I fell in love with this idea when I saw it on It All Started With Paint and Pop Sugar, and recently I decided it was time to try my own version. Tiny little adorable green plants you can stick on the fridge? Sign me up! As an added bonus, you basically HAVE to drink wine to make this work (at least that’s the story I told G). Added double-bonus: those of you out there lacking a ‘green thumb’ (#ifeelyourpain) will find this just as easy to handle as the gardening pros. Added triple-bonus: these make great little last-minute gifts for moms!
- Small succulent plants or clippings from plants you have around the house (I bought mine at Lowe’s for about $3 each)
- Wine corks (drink up!)
- Glue gun + glue stick
- Semi-strong magnets (I picked these up at Lowe’s as well, for about $4)
- Sewing scissors, or other small scissors
- Potting soil (not pictured)
- Washi tape for decoration
- Small terracotta pots or other small vessels
Use your scissors to carefully snip small branches off of your succulents. Try to pick stems that will be long enough to extend into the cork planters a bit so that they can absorb the nutrients they need from the soil. If necessary, you can gently wiggle the lower leaves on the clipping until they fall off to create a longer stem. Don’t worry about leaving a stump behind on the mother plant, those stumps should grow new succulent buds over time.
Now set your clippings aside for a day or two to scab over. Is that word absolutely disgusting? Yes, it’s 100% gross. Is it absolutely necessary? Yep. Succulents can go long periods of time without being watered because they absorb whatever water they can find around them and store it in their squishy leaves. So you’ll need a good scab (*shudder*) formed on each of your clippings to regulate their water absorption upon planting in the moist potting soil.
Optional Step: Replant your mother plants in small pots.
Pack your potting soil into each pot, then add water so that the soil is slightly moistened. Grab what’s left of your succulent plants (roots and all) after clipping and place into the soil. Gently pack more soil around the base of each plant to secure them in an upright position. Boom! Done!
Step 2: Carve your wine corks.
This step is pretty easy, but it’s also pretty tedious because you’ll want to be extra careful that you don’t slip and cut yourself. You can use the tip of your sewing scissors, or grab a knife from your kitchen to carve out a deep hole in each cork. You want the hole to reach about 3/4 of the way to the bottom.
Grab an extra cup of coffee for this one and pop on some Netflix (suggestion: Unbreakable Kimmy Schmidt – you’re welcome.), because it will take you a while. My five corks took me a little over an hour to carve, but I didn’t discover my secret cork carving weapon until late in the game, so I’m sure next time it’ll go faster.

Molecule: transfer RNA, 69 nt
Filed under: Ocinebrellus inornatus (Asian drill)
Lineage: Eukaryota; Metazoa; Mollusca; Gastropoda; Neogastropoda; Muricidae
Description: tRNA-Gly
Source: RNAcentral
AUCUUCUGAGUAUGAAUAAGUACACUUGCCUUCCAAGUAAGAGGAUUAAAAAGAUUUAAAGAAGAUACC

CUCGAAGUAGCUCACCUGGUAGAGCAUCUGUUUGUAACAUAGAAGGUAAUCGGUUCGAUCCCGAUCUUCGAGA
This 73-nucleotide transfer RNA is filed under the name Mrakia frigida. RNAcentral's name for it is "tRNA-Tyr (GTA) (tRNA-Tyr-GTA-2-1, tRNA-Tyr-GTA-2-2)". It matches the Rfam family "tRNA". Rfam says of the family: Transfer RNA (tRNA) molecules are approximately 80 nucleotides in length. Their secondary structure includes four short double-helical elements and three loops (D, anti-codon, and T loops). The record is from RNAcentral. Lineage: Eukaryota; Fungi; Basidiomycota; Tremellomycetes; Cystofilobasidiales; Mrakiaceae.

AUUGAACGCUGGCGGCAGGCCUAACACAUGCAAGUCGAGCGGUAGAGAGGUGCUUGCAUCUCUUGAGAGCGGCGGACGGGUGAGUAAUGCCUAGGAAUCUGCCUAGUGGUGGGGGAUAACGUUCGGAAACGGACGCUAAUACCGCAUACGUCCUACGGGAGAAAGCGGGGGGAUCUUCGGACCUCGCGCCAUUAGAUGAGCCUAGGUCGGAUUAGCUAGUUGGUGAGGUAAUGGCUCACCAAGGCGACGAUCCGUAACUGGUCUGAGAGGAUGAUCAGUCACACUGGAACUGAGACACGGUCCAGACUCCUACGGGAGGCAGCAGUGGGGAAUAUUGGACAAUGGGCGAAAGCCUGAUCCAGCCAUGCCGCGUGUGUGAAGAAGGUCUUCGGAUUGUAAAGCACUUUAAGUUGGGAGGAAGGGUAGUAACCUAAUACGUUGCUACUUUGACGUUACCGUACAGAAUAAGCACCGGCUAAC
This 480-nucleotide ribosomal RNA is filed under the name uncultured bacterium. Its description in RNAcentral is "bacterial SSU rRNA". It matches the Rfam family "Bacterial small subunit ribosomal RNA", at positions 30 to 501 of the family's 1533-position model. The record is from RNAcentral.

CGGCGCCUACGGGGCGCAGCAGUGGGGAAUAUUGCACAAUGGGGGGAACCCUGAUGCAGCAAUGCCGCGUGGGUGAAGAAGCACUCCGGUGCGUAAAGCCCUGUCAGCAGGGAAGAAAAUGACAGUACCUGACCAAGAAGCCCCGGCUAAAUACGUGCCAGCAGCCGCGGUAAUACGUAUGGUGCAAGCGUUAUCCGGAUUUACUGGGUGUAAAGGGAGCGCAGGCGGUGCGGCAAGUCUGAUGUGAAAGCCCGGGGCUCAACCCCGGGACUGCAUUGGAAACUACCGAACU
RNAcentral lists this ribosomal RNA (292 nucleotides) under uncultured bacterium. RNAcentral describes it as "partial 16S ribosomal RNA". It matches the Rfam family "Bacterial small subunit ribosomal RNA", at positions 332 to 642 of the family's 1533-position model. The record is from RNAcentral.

Your finished corks should look like this:
Step 3: Decorate your corks (optional) and add your magnets.
The printed wine labels on each cork make them really beautiful on their own, but to add some visual interest (and because I just LOVE polka dots!), I added a strip of washi tape around two of my corks. Washi tape doesn’t adhere well to the cork’s texture, so I had to use a tiny bit of hot glue to make it stick.
Next, glue your magnet to the side of the cork. I started this project with some magnets I bought at Lowe’s that were about the size of a penny. Once I held them up to the corks, I knew they would be too large to give me the look I was going for, so I went back and swapped them out for a smaller version that’s still strong enough to hold each planter.
If you chose to decorate with washi tape, you can use the magnet to cover the tape seam.
Step 4: Plant your succulents.
Now that you’ve dried your succulent clippings for a few days, it’s time to plant them in your new planters. Fill each cork planter about 3/4 full with potting soil and pack firmly using your finger. Then, place your clipping on top and hold it gently in place while you pack dirt in around the stem. I used the flat end of a kabob skewer for this part, but a pen cap, or tooth pick would work just as well for getting around the tiny leaves and packing the dirt in without damaging the delicate plant.
Step 5: Enjoy!
Find a prominent place (like your fridge) to display your tiny forest! Succulents like a lot of diffused light (think: a bright window with the blinds down), and they only need to be watered thoroughly when the soil is completely dry (this simulates the desert climate where they naturally thrive). I added a few drops to each clipping right after planting, but will not water again for a while.
I’m proud to say, I made this set of planters about a week ago and they’re still alive and kicking. (They alive, dammit! It’s a miracle!) If I can do it, you can too!